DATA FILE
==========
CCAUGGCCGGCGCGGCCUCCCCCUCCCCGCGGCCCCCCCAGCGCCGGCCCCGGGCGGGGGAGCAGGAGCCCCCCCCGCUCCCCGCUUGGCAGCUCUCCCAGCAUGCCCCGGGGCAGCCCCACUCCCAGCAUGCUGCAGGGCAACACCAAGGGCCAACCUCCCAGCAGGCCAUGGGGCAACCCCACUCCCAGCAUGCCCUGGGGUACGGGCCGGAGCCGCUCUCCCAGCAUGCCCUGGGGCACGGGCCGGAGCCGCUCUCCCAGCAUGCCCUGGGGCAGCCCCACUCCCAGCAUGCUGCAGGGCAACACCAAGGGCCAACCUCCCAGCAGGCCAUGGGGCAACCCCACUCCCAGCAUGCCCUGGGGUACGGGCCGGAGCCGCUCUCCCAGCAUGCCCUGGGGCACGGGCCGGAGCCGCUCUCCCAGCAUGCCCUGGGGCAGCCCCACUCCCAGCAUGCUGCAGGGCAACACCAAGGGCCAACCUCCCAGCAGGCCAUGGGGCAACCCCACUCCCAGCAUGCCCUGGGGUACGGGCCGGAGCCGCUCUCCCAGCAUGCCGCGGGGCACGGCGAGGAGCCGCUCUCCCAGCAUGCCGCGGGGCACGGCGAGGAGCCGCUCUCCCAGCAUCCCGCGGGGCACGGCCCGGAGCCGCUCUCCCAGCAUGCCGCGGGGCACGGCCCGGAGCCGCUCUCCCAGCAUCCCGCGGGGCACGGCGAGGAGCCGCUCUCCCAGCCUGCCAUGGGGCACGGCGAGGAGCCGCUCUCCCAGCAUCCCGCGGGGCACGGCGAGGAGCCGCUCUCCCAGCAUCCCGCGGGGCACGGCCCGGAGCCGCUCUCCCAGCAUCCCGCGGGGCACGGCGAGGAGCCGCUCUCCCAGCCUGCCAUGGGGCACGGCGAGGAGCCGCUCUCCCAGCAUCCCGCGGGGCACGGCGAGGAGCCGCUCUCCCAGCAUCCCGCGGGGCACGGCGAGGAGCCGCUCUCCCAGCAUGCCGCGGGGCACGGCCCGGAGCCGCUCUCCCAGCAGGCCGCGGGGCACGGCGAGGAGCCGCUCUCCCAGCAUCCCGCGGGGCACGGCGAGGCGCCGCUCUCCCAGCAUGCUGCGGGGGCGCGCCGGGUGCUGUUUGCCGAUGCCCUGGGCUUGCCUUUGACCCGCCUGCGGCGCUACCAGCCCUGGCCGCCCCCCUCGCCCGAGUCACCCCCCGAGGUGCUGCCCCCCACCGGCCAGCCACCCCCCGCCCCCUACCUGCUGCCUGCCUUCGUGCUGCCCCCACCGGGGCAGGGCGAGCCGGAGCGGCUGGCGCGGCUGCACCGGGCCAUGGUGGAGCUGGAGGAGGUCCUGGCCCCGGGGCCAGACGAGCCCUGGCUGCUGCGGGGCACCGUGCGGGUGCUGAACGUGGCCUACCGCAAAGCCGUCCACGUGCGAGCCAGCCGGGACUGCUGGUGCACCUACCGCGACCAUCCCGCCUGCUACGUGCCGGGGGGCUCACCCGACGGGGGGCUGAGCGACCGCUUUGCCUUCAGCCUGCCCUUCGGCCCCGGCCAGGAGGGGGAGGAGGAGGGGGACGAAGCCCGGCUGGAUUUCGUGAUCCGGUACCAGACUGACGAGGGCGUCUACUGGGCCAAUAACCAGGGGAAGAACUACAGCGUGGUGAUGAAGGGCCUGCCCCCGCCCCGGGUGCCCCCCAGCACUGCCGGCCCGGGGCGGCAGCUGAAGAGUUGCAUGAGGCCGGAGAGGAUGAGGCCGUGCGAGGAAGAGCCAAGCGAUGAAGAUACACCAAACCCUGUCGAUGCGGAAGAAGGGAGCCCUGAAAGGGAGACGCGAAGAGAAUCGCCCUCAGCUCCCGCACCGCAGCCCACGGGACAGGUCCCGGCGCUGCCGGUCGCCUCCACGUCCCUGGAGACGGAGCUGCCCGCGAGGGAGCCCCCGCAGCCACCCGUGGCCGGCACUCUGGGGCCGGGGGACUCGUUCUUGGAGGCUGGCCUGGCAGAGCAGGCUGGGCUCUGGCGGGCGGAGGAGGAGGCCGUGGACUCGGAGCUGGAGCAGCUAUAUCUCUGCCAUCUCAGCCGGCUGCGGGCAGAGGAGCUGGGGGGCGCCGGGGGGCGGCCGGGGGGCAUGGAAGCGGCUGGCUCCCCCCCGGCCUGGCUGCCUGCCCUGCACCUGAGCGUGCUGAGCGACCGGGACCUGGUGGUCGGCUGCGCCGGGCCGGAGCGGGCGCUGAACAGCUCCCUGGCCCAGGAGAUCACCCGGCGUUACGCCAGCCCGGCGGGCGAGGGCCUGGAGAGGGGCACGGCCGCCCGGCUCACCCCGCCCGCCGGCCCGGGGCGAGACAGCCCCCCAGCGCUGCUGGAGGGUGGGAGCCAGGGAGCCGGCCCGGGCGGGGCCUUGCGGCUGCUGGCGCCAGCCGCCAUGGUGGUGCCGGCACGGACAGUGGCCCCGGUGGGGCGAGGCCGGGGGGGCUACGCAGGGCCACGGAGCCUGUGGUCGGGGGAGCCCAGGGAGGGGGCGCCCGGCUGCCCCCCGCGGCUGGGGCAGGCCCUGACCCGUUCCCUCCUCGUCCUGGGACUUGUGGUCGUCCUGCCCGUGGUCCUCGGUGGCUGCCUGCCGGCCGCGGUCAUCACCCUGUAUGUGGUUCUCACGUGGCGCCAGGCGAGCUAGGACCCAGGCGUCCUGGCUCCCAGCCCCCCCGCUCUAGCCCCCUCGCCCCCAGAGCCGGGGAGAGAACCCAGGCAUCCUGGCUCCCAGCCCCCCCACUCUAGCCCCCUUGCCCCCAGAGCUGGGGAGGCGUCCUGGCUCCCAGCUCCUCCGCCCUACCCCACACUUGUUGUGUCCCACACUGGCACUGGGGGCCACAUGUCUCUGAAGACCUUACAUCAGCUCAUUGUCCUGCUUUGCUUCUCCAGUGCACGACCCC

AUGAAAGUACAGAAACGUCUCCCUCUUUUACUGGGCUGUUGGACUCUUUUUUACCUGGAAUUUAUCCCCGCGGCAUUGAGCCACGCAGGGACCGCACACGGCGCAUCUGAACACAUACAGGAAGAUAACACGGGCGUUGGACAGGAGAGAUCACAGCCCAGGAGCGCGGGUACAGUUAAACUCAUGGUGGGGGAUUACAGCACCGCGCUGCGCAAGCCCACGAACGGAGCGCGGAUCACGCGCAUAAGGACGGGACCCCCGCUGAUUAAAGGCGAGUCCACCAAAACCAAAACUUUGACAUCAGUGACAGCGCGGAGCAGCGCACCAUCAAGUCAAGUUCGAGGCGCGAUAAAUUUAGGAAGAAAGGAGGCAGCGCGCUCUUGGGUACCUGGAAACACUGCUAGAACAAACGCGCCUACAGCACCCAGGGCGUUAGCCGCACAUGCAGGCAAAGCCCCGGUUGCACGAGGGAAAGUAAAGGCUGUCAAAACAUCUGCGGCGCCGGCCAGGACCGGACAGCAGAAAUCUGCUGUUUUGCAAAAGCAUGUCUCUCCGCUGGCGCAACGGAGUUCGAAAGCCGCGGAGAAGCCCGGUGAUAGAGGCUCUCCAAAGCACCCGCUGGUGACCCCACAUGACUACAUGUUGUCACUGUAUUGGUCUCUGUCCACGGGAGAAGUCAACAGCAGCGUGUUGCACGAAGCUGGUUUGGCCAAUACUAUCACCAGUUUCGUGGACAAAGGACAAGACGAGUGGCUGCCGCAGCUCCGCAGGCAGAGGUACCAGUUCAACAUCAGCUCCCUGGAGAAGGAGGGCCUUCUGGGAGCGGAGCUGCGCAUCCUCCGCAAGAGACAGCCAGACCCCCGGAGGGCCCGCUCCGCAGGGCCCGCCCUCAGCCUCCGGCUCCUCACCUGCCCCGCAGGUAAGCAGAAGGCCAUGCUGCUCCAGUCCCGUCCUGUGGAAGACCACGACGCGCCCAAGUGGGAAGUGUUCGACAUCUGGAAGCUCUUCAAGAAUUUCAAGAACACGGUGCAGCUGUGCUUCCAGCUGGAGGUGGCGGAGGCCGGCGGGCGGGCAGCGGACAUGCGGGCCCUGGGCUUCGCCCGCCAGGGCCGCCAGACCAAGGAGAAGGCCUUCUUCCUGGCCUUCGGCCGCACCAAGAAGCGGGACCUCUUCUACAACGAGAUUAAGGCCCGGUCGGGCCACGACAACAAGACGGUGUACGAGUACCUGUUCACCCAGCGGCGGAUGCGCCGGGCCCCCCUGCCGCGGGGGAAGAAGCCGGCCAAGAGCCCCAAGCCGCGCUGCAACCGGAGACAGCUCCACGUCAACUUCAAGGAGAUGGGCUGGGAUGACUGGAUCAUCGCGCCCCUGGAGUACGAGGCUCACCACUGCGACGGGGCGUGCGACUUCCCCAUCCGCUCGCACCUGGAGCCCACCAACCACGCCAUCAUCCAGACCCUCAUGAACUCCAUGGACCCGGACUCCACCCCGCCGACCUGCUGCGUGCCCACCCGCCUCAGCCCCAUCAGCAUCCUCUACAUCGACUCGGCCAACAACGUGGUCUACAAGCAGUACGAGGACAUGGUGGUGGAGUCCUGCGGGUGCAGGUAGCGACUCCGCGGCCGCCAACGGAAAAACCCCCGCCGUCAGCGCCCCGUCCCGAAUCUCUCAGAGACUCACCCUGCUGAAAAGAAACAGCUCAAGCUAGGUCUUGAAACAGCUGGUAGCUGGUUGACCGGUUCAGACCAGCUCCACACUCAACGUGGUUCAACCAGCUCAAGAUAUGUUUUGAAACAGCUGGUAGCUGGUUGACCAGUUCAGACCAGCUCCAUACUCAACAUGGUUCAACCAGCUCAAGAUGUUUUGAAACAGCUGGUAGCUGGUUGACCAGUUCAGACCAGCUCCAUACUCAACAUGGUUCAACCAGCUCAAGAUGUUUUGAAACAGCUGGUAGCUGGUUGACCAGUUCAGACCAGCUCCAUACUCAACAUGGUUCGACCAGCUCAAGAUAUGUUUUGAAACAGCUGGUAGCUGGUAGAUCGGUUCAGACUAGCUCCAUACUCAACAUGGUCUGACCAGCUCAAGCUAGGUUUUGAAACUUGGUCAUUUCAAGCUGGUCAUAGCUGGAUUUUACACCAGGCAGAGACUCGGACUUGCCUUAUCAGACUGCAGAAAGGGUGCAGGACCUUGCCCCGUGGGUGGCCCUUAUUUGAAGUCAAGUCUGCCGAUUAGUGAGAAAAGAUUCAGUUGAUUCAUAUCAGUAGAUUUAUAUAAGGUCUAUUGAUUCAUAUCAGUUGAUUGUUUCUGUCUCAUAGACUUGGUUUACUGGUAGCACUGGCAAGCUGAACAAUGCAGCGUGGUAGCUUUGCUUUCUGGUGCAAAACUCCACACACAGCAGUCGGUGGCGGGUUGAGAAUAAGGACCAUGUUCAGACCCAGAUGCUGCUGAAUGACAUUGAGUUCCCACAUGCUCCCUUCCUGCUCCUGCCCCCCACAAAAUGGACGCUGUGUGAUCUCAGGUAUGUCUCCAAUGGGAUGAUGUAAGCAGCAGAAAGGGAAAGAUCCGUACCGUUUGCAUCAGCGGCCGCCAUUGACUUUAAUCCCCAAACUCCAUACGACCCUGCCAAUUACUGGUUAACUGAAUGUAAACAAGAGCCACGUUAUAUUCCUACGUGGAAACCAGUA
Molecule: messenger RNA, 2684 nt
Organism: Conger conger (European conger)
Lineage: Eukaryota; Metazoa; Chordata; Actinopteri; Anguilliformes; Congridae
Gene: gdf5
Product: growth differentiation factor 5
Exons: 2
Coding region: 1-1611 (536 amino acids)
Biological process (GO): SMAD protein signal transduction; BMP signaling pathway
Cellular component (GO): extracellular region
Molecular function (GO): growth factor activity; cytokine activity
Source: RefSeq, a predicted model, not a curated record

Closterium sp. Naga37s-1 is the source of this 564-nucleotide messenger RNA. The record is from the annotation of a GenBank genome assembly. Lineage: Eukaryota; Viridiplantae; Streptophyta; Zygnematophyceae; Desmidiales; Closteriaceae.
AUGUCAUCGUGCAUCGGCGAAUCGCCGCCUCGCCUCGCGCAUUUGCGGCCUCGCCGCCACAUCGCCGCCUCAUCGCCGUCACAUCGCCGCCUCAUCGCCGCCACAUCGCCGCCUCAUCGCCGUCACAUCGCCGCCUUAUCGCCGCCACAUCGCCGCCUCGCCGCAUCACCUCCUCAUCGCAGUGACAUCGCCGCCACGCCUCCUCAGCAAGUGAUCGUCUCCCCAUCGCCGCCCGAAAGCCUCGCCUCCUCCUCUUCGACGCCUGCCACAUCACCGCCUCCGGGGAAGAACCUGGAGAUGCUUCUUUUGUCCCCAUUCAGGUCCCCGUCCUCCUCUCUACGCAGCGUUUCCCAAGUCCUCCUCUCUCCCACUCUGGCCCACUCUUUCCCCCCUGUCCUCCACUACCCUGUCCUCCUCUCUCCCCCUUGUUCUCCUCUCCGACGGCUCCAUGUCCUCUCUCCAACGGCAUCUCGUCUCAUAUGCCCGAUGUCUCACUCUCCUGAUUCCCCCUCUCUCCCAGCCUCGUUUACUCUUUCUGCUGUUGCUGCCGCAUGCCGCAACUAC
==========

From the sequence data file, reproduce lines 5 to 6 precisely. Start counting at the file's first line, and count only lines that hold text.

Lineage: Eukaryota; Metazoa; Chordata; Actinopteri; Anguilliformes; Congridae
Gene: gdf5